An earthquake of the magnitude that struck Haiti two weeks ago is not an impossibility for South Carolina, seismologists say.
"A lot of the things we're seeing in Haiti -- where the harbor sinks a little and homes are sinking into the ground because of soil liquefaction -- we saw in Charleston in 1886," said Erin Beutel, a seismologist and director of the College of Charleston's S.C. Earthquake Education and Preparedness Program.
The Charleston earthquake of 1886 measured 7.3 on the Richter scale, killed 60 people and was felt over 2.5 million square miles, including in Beaufort, where church bells rang and chimneys collapsed.
As Haiti digs out from the Jan. 13 quake, researchers and state emergency management officials say residents should be aware of the Palmetto State's own seismic past.
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While a 7.0 magnitude quake might be a once in every 500-year occurrence in South Carolina, the state's coastline is still at significant risk of a sizable earthquake, Beutel said.
"That doesn't mean we aren't at risk of experiencing a 5 or 6," Beutel said. "If an earthquake like that happened in Beaufort or Charleston or Columbia, it would cause major damage to roads, infrastructures and buildings. The danger is that we just don't know when that's going to happen. It could happen at anytime. There's just not enough data to predict when that might happen."
South Carolina experiences between 20 to 30 earthquakes a year, three to eight of which are strong enough to be felt, according to geologists. The last recorded earthquake in South Carolina occurred in September about 20 miles northwest of Columbia and registered a 1.5 on the Richter scale, according to the U.S. Geological Survey.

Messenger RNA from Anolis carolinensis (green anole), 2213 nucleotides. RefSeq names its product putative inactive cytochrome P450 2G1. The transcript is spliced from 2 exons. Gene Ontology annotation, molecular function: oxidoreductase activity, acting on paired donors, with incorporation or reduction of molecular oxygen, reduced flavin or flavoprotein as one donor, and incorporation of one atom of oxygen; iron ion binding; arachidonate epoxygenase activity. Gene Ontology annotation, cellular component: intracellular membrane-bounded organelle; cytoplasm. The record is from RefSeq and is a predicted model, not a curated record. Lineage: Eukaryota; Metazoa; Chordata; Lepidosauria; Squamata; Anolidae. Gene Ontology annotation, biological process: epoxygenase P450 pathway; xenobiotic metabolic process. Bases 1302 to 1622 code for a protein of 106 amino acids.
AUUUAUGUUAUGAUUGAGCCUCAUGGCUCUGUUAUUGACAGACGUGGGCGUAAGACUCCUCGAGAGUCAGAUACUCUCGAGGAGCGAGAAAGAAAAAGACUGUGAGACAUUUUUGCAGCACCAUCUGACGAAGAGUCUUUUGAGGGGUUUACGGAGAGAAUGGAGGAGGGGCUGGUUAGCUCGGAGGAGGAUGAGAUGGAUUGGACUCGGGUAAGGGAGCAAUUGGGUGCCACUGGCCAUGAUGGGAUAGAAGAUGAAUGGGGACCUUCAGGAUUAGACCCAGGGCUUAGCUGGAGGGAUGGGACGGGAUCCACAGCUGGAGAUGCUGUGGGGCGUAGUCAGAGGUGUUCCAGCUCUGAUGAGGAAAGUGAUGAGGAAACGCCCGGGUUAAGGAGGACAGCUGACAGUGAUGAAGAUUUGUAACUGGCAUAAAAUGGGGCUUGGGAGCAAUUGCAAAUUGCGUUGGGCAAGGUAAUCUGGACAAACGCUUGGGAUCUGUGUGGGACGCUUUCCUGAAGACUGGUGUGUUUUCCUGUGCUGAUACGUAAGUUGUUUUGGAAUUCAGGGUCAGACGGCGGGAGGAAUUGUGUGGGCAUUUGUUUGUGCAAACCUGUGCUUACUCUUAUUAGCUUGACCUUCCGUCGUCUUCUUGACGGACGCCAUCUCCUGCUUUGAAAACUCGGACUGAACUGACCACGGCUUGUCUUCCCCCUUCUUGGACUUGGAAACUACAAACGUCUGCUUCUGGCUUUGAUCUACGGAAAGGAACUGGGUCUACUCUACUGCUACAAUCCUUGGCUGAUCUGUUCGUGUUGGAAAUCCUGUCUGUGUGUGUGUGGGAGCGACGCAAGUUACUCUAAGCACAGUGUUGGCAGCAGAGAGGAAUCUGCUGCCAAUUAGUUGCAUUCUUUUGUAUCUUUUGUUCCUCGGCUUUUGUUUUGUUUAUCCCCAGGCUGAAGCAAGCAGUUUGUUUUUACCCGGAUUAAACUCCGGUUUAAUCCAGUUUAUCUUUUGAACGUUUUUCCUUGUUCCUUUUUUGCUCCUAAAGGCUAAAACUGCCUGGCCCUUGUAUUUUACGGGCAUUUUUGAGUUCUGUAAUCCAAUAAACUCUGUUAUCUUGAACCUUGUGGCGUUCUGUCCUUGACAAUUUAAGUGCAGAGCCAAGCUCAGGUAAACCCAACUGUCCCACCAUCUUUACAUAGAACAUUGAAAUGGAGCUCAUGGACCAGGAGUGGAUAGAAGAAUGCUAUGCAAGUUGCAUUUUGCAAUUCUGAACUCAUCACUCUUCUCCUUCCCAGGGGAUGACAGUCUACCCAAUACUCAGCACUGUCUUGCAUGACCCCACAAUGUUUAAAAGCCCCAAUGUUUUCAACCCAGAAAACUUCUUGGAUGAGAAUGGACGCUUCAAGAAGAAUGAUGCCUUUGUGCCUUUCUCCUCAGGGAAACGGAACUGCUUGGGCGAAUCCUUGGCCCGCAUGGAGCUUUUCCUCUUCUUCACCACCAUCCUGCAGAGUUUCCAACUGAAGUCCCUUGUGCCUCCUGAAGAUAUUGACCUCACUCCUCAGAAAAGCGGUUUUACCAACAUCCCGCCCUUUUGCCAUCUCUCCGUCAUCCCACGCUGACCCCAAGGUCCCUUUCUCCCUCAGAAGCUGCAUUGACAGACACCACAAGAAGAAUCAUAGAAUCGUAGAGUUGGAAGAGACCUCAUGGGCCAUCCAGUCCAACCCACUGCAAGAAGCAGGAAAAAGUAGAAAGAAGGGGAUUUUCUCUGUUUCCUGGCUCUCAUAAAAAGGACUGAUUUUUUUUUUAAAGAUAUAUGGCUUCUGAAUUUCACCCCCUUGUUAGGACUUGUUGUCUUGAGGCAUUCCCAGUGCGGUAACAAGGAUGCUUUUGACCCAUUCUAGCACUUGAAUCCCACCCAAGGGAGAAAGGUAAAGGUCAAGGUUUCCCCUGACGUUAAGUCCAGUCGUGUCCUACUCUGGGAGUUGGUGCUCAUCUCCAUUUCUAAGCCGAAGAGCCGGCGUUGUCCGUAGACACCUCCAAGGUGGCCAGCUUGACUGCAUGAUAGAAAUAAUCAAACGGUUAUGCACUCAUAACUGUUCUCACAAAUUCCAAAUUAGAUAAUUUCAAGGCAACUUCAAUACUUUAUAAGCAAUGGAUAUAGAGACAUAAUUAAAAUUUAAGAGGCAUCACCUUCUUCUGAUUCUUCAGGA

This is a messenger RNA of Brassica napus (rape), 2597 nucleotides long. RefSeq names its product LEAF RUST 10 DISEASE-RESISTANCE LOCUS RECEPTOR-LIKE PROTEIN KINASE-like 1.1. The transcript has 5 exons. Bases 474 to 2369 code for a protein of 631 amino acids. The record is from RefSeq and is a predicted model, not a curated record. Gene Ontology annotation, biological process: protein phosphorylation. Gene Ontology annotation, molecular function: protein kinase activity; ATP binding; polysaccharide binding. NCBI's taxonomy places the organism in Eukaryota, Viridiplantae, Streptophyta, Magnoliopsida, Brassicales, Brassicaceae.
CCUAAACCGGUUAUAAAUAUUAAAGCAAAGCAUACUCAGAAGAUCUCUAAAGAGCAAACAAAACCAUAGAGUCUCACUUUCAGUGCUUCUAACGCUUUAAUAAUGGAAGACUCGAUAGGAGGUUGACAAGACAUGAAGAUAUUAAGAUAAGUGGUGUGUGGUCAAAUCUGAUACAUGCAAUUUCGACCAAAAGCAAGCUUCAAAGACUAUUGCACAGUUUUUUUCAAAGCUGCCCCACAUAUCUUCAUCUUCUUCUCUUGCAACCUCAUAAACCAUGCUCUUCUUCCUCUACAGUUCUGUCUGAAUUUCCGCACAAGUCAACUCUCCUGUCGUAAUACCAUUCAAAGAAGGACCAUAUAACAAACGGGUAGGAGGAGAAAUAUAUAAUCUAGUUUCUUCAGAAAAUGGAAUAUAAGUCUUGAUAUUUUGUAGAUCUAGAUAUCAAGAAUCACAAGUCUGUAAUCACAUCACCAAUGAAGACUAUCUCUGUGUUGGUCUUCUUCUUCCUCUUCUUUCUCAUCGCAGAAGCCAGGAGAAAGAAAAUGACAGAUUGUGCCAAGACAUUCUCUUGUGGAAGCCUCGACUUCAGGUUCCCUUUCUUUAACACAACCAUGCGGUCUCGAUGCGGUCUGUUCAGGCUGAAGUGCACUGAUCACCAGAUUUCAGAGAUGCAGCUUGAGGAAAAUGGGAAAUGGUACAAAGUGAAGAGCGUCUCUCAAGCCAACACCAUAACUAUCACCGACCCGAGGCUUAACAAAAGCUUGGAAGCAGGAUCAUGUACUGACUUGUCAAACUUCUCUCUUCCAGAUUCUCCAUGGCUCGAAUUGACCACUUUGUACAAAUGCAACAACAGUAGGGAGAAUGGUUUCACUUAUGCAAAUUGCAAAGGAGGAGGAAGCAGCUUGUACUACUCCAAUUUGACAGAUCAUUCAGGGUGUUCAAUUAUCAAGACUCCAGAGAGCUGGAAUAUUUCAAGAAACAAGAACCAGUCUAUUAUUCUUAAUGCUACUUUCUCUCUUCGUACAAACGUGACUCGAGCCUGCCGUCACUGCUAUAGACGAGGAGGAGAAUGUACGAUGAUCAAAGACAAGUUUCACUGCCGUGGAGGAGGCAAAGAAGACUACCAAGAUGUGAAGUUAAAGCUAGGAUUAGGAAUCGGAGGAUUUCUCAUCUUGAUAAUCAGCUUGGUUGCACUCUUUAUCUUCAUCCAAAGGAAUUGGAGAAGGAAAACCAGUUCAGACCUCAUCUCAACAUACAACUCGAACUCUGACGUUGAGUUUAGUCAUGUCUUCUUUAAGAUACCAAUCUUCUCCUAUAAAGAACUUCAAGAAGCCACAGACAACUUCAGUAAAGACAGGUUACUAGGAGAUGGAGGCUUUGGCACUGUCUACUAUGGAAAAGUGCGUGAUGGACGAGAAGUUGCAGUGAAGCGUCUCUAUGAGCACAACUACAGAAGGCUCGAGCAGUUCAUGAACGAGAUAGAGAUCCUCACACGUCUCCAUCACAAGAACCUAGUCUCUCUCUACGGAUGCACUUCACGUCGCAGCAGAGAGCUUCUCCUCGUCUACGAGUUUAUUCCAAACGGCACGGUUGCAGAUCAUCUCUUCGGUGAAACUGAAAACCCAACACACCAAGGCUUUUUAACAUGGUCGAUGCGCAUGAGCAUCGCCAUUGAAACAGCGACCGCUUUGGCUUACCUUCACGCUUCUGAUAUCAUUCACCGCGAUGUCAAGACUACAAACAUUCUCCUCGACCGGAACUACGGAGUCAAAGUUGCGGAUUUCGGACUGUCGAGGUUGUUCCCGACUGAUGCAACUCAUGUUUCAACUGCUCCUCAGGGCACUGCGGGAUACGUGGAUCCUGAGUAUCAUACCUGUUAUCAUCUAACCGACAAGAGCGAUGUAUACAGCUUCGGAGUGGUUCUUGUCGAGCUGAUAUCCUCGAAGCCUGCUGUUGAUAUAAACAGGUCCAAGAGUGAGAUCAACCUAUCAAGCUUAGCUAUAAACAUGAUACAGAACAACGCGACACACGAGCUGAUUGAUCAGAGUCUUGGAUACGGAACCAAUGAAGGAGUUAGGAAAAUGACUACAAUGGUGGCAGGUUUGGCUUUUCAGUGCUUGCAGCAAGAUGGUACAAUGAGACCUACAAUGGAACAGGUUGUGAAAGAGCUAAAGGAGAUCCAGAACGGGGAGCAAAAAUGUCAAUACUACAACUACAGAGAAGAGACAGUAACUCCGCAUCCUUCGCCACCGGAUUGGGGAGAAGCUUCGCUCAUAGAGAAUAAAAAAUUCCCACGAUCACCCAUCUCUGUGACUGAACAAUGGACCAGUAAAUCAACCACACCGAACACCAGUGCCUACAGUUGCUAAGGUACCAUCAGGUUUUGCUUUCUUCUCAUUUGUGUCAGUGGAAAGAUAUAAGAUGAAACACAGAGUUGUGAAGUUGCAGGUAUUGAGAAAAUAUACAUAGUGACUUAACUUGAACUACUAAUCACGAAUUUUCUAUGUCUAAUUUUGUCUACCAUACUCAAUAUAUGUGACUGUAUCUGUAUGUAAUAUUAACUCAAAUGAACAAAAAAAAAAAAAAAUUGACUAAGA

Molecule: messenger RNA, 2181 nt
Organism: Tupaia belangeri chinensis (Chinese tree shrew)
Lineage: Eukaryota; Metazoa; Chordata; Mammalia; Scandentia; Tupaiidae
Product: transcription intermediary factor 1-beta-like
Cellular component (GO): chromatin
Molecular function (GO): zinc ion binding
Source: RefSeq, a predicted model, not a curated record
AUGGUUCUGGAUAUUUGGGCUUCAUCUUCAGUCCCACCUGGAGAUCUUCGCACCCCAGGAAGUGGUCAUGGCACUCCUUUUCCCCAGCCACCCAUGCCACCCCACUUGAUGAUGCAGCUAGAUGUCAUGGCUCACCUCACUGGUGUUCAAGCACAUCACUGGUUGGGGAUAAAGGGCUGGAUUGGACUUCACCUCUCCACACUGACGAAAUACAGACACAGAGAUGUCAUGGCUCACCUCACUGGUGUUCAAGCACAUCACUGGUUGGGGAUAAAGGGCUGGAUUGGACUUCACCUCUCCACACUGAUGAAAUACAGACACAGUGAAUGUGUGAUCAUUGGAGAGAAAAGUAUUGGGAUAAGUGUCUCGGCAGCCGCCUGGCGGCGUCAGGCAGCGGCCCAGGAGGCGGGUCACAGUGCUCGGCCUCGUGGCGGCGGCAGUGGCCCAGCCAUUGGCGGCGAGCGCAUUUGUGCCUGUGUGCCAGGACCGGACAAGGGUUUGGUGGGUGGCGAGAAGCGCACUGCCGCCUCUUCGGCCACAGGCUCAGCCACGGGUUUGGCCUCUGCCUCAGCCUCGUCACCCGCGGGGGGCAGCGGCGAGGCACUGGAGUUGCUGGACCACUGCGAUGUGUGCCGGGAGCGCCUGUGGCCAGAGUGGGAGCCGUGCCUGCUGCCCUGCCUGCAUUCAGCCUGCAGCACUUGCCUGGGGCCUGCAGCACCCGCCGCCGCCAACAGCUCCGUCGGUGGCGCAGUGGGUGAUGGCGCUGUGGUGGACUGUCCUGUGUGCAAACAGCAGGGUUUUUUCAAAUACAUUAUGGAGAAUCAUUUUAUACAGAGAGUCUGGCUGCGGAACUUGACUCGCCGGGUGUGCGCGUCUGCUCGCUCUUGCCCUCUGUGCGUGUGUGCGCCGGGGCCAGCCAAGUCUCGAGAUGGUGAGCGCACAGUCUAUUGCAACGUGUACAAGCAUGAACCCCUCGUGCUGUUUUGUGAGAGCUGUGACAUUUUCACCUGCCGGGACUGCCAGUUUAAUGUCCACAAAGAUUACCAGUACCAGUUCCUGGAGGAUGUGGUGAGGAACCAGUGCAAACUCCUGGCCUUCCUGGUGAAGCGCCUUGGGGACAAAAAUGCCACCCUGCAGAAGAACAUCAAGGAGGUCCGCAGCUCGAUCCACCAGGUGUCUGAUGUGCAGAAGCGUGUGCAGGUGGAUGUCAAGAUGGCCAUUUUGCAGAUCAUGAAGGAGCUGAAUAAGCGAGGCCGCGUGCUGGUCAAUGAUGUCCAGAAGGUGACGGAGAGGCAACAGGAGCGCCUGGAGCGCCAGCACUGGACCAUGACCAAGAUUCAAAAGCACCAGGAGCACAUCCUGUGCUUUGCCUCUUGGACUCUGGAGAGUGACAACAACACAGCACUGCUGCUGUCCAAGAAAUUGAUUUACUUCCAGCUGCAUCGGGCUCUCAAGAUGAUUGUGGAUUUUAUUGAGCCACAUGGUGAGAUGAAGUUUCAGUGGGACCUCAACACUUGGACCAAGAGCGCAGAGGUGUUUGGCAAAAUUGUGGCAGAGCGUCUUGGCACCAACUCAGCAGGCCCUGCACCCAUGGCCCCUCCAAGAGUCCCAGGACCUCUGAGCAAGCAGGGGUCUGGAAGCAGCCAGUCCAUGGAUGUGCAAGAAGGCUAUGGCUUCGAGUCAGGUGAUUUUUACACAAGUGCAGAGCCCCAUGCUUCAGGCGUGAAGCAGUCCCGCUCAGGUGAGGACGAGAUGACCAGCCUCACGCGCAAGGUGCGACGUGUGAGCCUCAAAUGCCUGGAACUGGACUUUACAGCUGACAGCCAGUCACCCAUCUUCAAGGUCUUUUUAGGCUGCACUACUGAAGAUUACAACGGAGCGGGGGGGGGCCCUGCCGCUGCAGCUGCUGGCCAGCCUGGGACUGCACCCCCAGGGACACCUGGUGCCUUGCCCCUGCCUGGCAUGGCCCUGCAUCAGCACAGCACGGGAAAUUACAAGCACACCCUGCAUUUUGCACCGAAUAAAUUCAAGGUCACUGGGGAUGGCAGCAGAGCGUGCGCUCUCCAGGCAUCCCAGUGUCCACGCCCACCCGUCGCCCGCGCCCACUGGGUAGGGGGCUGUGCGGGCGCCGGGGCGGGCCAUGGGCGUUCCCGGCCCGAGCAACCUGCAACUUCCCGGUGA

About 70 percent of all recorded earthquakes in South Carolina have occurred in and around Charleston County, with a cluster of earthquakes striking Orangeburg County and parts of the Upstate, according to the S.C. Emergency Management Division.
The Charleston area lies in one of the most seismically active spots along the East Coast: two steeply dipping faults near Summerville and Bowman, according to the agency.
Given the state's history of quakes, Allison Dean-Love of the S.C. Insurance News Service said she's surprised more South Carolinians don't have earthquake insurance for their homes. Only 10 to 15 percent of S.C. homeowners have the coverage, which is not included in most homeowners policies.
"One of my biggest concerns this year is the lack of homeowners having earthquake insurance," Dean-Love said. "It's a separate endorsement so homeowners have to make that choice to get it."
Dean-Love said insurers across the state have not seen an increase in homeowners buying earthquake insurance since the Haiti quake. Such insurance costs $200 to $250 a year, depending on a home's location and its construction materials.
While stopping short of urging homeowners to buy extra insurance, Beutel said residents should prepare for an earthquake in the same way they prepare for hurricane season.
"People should be aware of where they live," Beutel said. "If you live in an old brick house on a marsh, you're more likely to experience catastrophic damage than if you live in a well-built home on solid land."